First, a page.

This wiki document explains how to setup Mercurial on Ubuntu. The intended audience is experienced Linux users and system administrators.
If you are new to Mercurial this section provides a quick introduction.
Mercurial is a fast, lightweight Source Control Management system designed for the efficient handling of very large distributed projects.
It is assumed that you are aware of how to run Linux commands, edit files, start/stop services in an Ubuntu system. It is also assumed that Ubuntu is running, you have sudo access and you want to use Mercurial software.
It is also assumed you have an internet connection.
Scope of this document
To install and configure Mercurial, as well as to install some useful extensions
Mercurial is included in the Universe repository - activate this repo first (if you haven't already). Once you've finished simply execute. We will also install meld, which is a graphical merge tool useful for resolving conflicting changes.
$ sudo apt-get install mercurial meld
If it fails reporting dependencies, please locate the packages and install them. If it reports any other issues, please resolve them. If you cannot resolve the issue, please refer the mailing list archive of those packages.
Installation from source
If you already have a version installed, remove it.
sudo apt-get remove mercurial
You may need to sudo apt-get purge mercurial instead of remove. Purge will delete configuration files, which remove keeps.
Get the latest tarball from http://mercurial.selenic.com/release/. We will call the file mercurial-ver.tar.gz, e.g. mercurial-1.4.1.tar.gz. Extract it to a directory:
tar xf mercurial-ver.tar.gz cd mercurial-ver/
Install to the local directory to make sure everything works:
make local ./hg debuginstall ./hg version
If that's OK, use checkinstall (see CheckInstall) to make a .deb package. For the summary, put something descriptive like "Mercurial distributed revision control". Accepting all of the defaults is usually sufficient.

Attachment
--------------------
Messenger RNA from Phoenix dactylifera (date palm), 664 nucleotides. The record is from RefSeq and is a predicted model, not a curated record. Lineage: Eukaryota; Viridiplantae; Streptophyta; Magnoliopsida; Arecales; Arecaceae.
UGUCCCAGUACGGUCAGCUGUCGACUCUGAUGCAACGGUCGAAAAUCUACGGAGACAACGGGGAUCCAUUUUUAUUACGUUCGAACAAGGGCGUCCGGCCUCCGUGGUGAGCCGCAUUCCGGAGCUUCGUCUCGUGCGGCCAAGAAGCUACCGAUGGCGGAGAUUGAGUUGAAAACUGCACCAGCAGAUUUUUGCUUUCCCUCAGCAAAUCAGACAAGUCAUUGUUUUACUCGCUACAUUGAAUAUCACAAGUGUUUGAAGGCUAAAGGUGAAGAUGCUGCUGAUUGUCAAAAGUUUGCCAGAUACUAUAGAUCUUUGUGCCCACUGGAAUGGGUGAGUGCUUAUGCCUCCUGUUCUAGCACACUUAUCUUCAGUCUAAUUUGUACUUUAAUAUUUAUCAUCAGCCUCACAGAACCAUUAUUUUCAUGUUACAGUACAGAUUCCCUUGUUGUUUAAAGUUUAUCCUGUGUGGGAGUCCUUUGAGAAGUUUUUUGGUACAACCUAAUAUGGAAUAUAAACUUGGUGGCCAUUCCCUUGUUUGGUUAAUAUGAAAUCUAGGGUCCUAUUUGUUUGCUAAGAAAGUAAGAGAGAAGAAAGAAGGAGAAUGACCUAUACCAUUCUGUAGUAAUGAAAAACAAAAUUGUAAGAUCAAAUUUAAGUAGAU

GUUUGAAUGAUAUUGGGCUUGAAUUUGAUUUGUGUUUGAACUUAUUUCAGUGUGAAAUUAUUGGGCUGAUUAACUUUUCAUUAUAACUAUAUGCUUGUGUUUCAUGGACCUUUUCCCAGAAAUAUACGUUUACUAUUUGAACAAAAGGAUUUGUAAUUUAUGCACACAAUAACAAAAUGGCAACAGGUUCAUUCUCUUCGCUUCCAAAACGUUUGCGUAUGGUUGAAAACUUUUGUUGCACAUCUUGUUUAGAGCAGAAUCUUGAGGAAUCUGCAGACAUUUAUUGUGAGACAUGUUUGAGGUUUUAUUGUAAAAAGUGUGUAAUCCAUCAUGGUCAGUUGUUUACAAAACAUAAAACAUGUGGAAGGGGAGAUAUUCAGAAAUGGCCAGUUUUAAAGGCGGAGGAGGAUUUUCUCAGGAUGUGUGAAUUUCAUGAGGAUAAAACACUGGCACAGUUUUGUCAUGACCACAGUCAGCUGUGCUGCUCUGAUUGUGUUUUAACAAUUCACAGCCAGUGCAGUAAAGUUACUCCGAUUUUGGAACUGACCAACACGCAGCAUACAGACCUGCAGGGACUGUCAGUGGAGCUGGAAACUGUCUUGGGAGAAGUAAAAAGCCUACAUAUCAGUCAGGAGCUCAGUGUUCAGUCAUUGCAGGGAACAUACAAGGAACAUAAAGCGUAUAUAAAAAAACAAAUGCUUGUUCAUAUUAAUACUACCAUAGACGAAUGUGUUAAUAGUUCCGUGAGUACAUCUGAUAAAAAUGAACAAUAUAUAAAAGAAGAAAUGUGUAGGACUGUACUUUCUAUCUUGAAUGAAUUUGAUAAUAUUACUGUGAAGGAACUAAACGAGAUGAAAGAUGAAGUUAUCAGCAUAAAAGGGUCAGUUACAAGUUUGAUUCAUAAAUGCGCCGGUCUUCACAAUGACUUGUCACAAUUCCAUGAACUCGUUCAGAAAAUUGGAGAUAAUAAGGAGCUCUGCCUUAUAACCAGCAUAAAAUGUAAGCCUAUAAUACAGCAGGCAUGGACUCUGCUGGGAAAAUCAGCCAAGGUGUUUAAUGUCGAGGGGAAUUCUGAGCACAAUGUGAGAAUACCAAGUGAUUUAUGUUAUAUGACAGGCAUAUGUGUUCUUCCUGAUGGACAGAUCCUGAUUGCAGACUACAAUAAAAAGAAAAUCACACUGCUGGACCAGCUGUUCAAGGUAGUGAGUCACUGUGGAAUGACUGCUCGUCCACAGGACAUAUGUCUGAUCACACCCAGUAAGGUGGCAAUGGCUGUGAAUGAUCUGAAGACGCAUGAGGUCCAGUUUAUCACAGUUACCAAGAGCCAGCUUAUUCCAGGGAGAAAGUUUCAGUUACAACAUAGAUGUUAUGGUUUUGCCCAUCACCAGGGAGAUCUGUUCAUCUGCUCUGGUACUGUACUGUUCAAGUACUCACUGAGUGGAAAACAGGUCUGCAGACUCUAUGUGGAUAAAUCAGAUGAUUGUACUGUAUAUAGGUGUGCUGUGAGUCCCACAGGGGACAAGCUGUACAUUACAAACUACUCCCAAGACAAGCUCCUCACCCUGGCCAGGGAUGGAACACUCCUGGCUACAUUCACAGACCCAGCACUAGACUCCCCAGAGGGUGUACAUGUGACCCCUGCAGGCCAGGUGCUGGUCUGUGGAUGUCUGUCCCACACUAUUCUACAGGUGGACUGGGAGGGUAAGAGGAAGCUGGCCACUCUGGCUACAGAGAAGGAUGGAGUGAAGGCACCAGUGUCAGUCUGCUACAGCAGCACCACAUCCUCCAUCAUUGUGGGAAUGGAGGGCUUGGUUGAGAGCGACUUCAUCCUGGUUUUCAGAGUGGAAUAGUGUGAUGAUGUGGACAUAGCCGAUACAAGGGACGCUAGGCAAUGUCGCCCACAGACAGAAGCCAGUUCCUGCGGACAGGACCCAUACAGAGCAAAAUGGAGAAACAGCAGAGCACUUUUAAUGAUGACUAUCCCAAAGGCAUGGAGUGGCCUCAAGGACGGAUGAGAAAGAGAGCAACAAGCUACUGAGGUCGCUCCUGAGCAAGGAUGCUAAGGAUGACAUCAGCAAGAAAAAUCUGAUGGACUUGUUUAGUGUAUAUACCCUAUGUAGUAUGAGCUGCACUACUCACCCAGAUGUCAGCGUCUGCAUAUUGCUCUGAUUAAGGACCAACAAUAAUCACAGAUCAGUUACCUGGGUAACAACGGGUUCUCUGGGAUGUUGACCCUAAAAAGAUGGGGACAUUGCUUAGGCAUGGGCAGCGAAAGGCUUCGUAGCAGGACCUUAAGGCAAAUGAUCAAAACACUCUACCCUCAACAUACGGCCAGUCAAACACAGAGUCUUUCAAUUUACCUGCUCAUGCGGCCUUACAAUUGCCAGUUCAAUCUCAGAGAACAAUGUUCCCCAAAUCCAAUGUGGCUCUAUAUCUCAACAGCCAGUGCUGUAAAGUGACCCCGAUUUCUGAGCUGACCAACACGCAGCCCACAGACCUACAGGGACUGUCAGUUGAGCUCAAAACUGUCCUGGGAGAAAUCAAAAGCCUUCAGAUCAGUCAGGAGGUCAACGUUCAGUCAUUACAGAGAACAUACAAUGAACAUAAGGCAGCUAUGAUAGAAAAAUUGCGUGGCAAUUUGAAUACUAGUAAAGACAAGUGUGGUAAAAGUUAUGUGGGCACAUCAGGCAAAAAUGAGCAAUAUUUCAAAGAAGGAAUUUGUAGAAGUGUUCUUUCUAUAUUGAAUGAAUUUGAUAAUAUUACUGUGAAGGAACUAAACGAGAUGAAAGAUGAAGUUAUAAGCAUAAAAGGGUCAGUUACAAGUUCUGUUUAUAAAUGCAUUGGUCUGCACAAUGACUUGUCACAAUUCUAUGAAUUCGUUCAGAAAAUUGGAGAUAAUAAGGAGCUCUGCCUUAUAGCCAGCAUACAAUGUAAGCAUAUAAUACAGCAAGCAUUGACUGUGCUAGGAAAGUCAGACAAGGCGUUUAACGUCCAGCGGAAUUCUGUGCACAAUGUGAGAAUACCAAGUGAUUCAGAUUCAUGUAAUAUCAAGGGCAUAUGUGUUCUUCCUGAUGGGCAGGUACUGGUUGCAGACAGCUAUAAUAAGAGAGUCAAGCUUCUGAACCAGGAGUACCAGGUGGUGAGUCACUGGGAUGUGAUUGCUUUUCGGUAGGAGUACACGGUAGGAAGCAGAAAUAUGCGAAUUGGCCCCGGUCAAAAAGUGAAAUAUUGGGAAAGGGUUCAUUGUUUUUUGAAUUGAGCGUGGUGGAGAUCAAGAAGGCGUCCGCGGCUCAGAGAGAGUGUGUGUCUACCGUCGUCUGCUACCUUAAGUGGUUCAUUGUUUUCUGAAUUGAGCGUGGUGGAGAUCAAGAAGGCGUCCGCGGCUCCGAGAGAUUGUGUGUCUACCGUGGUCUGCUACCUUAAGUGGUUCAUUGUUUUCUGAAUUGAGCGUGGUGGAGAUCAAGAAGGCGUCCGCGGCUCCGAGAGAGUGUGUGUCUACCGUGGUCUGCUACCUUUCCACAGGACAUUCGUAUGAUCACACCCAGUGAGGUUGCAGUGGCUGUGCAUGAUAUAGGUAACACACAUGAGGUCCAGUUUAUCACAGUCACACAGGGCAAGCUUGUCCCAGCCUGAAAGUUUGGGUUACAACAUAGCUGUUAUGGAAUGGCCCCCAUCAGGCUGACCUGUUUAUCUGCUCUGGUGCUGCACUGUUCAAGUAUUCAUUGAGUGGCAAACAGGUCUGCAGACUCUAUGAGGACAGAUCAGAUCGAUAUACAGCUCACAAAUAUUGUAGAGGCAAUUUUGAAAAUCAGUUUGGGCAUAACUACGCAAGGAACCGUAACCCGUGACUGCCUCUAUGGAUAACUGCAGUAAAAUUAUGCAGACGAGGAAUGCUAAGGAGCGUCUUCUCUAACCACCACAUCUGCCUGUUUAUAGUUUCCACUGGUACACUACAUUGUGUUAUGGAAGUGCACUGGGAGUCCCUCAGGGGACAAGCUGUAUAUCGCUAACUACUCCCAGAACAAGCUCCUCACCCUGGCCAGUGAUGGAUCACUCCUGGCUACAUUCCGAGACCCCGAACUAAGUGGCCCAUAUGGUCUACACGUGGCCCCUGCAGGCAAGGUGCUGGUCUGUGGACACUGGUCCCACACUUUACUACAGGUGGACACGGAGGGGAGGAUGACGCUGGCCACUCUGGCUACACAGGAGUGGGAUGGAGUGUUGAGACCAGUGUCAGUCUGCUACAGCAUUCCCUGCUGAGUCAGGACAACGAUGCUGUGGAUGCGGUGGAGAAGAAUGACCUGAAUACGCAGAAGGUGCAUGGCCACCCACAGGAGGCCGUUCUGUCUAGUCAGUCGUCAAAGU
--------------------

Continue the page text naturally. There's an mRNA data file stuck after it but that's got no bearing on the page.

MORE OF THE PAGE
N.B. the version must have numbers in it. If you're using a snapshot, you will probably want to put the date in there (e.g. 20091208).
0 - Maintainer: [ root@host ] 1 - Summary: [ Mercurial distributed revision control ] 2 - Name: [ mercurial ] 3 - Version: [ 1.4.1 ] 4 - Release: [ 1 ] 5 - License: [ GPL ] 6 - Group: [ checkinstall ] 7 - Architecture: [ amd64 ] 8 - Source location: [ mercurial-1.4.1 ] 9 - Alternate source location: [ ] 10 - Requires: [ ] 11 - Provides: [ mercurial ]
If all goes well, you should have a new mercurial installed.
cd ~ # there was an hg in mercurial-ver/, remember? hg version
Mercurial keeps system wide configuration options in the file /etc/mercurial/hgrc and user configuration options in ~/.hgrc (in your home directory). We will write some user configuration options to ~/.hgrc to tweak how Mercurial works.
Open an editor and Copy and Paste the following into ~/.hgrc:
# Mercurial configuration file # See hgrc(5) for more information # User Interface settings [ui] username= Your Name <email@example.com> editor=nano merge=meld # Enabled extensions [extensions] hgext.gpg= hgext.convert= # GPG extension settings [gpg] key=<your private gpg key>
This sets the default username so that your name will show up on changesets you issue, changes the text editor to nano (default is vi) and sets meld as the merge program. This also enables some useful extensions: GPG allows changesets to be cryptographically signed, while Convert allows Mercurial repositories to be created from existing CVS, SVN, or git repositories.